Person
Any individual, corporation, partnership, firm, association, trust, estate, public or private institution, group, agency, political subdivision of this state, any other state or political subdivision or agency thereof, and any legal successor, representative, agent or agency of these entities.

Periodic training
A periodic review conducted or provided by the licensee or registrant for its employees on radiation safety aspects of radiography. The review shall include the results of internal inspections, new procedures or equipment, accidents or errors that have been observed, and opportunities for employees to ask safety questions.

Permanent radiographic installation
An enclosed shielded room, cell, or vault in which radiography is performed.

Personnel monitoring equipment
Devices, such as film badges, pocket dosimeters, and thermoluminescent dosimeters, designed to be worn or carried by an individual for the purpose of estimating the dose received by the individual.

Phototimer
A method for controlling radiation exposures to image receptors by the amount of radiation which reaches a radiation monitoring device(s). The radiation monitoring device(s) is part of an electronic circuit which controls the duration of time the tube is activated (see also "Automatic exposure control").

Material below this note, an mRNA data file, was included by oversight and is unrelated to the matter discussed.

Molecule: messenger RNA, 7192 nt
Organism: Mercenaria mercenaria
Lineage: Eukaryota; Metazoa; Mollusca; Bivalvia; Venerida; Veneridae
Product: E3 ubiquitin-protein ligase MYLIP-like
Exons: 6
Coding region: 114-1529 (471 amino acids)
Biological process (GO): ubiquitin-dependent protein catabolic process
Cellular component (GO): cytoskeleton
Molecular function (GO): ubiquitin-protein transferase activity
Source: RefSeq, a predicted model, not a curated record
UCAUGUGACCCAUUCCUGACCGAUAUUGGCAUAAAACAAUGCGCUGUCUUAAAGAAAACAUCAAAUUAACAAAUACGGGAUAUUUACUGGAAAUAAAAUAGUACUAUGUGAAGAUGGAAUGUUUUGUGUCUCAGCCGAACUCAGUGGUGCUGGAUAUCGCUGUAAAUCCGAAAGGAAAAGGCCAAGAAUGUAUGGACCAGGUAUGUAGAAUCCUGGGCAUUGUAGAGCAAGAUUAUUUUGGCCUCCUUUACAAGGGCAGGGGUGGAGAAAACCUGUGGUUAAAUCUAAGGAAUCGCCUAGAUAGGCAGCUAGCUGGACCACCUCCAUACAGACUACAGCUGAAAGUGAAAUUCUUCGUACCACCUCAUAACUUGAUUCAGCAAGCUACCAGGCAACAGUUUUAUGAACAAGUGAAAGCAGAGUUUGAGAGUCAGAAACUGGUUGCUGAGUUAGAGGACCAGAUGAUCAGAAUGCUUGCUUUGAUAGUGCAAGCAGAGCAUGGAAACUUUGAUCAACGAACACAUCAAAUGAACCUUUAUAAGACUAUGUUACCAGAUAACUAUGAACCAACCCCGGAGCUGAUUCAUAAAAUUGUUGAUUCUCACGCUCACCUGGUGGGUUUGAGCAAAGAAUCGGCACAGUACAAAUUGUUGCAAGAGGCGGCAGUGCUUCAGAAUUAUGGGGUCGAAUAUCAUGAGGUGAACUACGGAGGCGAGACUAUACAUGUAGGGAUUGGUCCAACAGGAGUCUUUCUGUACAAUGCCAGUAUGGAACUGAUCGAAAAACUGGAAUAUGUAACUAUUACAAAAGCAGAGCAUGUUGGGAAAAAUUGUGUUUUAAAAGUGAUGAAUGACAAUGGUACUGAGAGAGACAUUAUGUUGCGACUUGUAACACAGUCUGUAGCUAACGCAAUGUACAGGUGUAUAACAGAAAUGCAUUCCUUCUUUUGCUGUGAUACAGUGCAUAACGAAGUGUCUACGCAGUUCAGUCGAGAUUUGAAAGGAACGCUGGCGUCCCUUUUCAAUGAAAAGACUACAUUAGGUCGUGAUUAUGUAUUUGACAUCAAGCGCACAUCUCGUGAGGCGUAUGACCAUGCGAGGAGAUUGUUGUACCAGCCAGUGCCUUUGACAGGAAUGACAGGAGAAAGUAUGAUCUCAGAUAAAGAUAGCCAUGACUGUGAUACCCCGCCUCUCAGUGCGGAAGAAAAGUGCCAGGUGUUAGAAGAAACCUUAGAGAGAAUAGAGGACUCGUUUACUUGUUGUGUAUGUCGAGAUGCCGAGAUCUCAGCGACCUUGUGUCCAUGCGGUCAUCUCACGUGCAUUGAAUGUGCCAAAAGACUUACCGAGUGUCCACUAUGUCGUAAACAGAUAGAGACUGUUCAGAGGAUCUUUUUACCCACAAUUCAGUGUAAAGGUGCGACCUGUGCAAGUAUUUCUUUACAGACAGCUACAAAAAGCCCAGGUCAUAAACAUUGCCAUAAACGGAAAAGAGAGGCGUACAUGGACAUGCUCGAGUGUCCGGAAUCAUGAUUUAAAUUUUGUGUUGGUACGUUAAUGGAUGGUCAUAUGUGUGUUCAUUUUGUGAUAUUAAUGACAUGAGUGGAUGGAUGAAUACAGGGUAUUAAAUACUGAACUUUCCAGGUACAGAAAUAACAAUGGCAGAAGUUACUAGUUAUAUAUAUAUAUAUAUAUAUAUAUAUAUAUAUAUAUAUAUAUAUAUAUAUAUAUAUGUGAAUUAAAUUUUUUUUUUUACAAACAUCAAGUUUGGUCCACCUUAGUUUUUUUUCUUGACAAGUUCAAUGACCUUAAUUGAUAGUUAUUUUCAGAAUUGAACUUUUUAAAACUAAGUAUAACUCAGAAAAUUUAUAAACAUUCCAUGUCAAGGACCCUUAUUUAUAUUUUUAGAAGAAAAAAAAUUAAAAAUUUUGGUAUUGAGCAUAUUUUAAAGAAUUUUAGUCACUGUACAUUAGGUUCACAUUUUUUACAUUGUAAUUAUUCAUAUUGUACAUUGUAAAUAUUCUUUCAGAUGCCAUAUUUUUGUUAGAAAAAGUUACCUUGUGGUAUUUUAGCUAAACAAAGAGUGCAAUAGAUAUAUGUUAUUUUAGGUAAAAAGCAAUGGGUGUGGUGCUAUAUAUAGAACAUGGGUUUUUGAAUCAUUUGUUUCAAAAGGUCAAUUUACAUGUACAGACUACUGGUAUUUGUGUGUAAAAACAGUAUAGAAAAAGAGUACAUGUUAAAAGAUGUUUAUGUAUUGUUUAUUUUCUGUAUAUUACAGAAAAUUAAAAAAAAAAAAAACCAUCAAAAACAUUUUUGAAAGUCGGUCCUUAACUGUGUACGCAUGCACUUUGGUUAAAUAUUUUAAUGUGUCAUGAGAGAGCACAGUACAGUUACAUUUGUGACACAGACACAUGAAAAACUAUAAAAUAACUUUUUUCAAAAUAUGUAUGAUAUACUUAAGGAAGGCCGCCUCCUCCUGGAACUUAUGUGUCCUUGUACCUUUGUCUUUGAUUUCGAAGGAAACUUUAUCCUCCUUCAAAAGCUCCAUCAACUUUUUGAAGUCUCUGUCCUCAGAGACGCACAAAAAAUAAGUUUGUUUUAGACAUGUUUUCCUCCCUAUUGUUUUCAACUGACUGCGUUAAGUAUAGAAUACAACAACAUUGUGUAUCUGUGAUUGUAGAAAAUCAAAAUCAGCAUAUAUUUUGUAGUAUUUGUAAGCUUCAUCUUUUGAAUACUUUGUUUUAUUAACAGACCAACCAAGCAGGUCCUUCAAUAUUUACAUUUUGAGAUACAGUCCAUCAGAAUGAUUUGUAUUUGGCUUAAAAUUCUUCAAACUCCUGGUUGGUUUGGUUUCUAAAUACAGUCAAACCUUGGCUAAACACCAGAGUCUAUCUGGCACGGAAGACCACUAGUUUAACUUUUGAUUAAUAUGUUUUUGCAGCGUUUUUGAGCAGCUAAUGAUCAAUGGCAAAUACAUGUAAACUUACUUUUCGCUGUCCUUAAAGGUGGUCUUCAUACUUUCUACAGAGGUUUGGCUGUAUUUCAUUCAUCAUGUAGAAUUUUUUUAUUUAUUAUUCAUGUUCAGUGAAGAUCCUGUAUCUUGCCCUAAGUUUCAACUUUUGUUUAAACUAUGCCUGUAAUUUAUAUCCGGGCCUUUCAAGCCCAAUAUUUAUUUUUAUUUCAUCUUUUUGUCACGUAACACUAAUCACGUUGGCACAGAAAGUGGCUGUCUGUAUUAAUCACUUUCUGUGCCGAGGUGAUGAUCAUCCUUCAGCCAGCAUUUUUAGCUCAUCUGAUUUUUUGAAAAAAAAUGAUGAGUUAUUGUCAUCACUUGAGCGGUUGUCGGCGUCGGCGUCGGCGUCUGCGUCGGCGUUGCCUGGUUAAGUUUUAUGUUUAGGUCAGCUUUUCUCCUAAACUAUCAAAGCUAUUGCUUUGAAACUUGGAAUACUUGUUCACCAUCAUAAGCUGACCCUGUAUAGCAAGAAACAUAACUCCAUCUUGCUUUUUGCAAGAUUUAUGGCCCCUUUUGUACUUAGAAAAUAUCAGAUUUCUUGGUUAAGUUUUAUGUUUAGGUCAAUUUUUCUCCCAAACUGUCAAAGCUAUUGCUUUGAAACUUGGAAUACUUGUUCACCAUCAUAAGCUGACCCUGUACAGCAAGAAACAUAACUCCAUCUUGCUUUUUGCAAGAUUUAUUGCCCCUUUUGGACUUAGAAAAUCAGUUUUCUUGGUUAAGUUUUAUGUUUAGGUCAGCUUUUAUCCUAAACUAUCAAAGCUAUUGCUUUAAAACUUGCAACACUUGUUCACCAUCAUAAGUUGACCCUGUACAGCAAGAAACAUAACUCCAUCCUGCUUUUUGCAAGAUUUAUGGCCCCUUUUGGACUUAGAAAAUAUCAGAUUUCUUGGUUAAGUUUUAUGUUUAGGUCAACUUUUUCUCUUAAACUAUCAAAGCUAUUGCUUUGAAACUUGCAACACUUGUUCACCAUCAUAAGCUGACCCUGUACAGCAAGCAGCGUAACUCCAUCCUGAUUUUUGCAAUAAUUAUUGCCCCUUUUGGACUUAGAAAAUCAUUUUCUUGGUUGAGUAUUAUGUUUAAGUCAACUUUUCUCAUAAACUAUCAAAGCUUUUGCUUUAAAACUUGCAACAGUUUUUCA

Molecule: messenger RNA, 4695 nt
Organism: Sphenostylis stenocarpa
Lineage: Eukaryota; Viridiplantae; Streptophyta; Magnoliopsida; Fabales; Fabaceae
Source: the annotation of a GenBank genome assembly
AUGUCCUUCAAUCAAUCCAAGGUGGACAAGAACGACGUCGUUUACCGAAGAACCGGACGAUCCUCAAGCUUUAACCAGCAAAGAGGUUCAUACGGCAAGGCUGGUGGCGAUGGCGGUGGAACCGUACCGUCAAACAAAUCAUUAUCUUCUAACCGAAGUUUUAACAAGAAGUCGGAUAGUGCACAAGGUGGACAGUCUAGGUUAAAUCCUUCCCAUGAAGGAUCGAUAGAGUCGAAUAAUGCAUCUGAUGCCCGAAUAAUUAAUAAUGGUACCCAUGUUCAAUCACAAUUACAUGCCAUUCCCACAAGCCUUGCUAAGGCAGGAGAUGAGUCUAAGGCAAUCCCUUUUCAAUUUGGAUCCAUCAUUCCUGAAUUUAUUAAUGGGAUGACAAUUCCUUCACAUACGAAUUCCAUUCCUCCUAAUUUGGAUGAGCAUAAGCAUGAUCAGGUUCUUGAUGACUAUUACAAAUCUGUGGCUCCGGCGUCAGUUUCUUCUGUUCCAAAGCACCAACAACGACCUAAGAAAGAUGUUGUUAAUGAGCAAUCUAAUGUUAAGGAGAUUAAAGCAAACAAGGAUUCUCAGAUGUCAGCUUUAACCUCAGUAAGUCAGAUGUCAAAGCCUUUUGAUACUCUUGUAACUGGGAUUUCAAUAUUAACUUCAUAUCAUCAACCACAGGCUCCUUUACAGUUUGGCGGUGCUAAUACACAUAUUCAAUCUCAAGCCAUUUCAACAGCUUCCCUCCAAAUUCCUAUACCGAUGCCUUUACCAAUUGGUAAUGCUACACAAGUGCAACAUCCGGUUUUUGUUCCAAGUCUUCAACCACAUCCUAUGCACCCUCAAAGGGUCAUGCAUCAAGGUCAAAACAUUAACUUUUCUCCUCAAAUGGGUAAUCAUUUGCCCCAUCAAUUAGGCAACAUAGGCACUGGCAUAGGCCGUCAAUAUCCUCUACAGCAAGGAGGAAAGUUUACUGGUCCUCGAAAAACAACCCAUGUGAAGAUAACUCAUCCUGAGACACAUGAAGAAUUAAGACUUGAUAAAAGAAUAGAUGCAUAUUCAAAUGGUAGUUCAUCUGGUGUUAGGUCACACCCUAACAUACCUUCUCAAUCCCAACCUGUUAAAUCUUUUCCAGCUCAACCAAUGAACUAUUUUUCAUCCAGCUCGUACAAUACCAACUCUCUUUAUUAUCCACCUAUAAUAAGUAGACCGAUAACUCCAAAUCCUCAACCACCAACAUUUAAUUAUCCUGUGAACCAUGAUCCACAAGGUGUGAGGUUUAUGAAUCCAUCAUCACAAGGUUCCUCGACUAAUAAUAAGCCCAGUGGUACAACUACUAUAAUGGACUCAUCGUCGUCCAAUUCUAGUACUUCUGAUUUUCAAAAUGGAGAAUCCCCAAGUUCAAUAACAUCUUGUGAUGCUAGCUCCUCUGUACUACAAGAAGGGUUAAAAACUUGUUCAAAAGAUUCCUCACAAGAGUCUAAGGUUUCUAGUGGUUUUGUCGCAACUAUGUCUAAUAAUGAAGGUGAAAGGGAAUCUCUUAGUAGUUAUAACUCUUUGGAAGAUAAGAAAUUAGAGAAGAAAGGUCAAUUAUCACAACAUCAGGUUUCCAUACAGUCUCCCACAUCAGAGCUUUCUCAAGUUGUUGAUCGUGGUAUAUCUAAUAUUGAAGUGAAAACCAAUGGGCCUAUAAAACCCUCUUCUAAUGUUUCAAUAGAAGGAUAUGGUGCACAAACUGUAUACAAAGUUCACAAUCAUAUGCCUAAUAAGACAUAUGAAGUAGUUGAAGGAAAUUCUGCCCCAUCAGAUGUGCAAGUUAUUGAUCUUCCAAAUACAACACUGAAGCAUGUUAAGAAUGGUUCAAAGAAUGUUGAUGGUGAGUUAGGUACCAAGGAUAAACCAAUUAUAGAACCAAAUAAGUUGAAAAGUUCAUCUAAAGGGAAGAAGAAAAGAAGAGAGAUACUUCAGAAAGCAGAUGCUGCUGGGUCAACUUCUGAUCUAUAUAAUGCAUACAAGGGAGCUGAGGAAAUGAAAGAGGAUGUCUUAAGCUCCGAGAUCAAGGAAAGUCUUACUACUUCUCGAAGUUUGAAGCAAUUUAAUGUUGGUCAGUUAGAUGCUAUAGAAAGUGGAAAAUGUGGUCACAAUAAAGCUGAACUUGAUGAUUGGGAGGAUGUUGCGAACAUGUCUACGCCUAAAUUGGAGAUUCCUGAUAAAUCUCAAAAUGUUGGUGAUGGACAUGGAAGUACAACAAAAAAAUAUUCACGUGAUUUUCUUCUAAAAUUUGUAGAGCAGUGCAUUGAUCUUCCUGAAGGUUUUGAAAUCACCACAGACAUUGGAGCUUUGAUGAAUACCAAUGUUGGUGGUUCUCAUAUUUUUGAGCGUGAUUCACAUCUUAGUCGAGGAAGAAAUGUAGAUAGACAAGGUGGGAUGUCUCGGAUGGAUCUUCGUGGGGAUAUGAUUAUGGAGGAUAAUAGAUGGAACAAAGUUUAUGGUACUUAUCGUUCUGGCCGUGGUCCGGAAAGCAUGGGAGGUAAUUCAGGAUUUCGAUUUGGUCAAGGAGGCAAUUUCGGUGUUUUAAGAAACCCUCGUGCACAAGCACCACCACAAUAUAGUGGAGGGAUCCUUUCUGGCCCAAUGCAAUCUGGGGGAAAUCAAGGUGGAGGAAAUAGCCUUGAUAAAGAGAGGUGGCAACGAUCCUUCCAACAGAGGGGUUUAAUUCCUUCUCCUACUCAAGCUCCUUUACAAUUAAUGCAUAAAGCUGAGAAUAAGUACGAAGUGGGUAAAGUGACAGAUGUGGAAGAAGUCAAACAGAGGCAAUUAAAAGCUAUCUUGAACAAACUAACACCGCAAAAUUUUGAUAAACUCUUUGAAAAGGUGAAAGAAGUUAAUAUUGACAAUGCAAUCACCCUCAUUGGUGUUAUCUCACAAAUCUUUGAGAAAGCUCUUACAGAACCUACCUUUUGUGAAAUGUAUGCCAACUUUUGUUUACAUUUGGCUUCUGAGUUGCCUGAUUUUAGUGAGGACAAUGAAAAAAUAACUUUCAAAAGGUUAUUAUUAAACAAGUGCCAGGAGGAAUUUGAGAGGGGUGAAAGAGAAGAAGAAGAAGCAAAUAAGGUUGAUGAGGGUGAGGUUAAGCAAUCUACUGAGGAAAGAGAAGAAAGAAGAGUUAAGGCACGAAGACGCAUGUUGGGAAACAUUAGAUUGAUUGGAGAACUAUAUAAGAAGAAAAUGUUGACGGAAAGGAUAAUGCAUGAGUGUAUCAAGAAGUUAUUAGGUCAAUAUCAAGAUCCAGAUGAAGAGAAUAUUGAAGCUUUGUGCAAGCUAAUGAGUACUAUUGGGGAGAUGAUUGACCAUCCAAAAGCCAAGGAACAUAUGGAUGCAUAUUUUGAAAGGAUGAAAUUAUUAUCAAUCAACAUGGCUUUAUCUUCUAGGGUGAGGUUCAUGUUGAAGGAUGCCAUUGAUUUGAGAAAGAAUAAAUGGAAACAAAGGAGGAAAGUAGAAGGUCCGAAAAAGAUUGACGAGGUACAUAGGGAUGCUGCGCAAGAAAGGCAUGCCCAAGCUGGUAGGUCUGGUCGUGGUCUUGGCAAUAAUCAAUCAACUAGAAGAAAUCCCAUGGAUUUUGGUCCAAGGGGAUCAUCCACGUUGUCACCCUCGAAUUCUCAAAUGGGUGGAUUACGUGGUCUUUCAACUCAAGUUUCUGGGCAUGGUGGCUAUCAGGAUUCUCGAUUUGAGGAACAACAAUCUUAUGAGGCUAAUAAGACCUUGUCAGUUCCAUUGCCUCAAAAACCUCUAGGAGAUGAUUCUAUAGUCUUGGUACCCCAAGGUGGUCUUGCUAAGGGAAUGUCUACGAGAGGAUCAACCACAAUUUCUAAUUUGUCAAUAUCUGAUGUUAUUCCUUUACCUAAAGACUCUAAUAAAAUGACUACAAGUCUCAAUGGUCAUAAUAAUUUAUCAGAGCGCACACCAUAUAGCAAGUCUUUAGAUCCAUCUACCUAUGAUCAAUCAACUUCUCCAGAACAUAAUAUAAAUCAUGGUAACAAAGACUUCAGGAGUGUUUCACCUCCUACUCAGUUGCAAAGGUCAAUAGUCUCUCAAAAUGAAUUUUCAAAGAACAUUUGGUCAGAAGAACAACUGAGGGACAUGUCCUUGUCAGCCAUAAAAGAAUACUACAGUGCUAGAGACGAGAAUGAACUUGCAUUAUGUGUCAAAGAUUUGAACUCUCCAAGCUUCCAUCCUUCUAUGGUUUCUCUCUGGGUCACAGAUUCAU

Physician
An individual currently licensed to practice medicine in this state.

Pico-
A prefix that divides a basic unit by one trillion (i.e., 1/1,000,000,000,000).

Planned special exposure
An infrequent exposure to radiation, separate from and in addition to the annual dose limits.

Portable equipment
(see x-ray equipment).

Position indication device (PID)
A device on dental x-ray equipment used to indicate the beam position and to establish a definite source-skin distance. It may or may not incorporate or serve as a beam-limiting device.